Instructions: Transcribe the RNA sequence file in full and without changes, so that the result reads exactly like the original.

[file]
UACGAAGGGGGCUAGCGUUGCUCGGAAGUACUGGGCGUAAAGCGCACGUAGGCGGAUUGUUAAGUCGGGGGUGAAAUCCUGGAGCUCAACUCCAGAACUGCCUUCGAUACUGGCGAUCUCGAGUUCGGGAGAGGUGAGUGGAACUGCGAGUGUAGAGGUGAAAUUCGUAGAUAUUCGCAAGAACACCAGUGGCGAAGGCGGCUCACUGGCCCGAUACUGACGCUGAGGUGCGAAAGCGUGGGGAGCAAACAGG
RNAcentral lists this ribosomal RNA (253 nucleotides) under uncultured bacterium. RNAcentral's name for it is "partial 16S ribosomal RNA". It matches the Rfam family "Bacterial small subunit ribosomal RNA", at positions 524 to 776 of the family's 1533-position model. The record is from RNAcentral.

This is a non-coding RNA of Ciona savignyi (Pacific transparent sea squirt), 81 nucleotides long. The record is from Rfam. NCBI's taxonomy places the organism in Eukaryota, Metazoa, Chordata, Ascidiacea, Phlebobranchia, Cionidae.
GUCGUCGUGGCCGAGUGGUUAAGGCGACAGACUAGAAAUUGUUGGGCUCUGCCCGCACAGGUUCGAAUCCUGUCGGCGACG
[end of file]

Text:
UACGAAGGGGGCUAGCGUUGCUCGGAAGUACUGGGCGUAAAGCGCACGUAGGCGGAUUGUUAAGUCGGGGGUGAAAUCCUGGAGCUCAACUCCAGAACUGCCUUCGAUACUGGCGAUCUCGAGUUCGGGAGAGGUGAGUGGAACUGCGAGUGUAGAGGUGAAAUUCGUAGAUAUUCGCAAGAACACCAGUGGCGAAGGCGGCUCACUGGCCCGAUACUGACGCUGAGGUGCGAAAGCGUGGGGAGCAAACAGG
RNAcentral lists this ribosomal RNA (253 nucleotides) under uncultured bacterium. RNAcentral's name for it is "partial 16S ribosomal RNA". It matches the Rfam family "Bacterial small subunit ribosomal RNA", at positions 524 to 776 of the family's 1533-position model. The record is from RNAcentral.

This is a non-coding RNA of Ciona savignyi (Pacific transparent sea squirt), 81 nucleotides long. The record is from Rfam. NCBI's taxonomy places the organism in Eukaryota, Metazoa, Chordata, Ascidiacea, Phlebobranchia, Cionidae.
GUCGUCGUGGCCGAGUGGUUAAGGCGACAGACUAGAAAUUGUUGGGCUCUGCCCGCACAGGUUCGAAUCCUGUCGGCGACG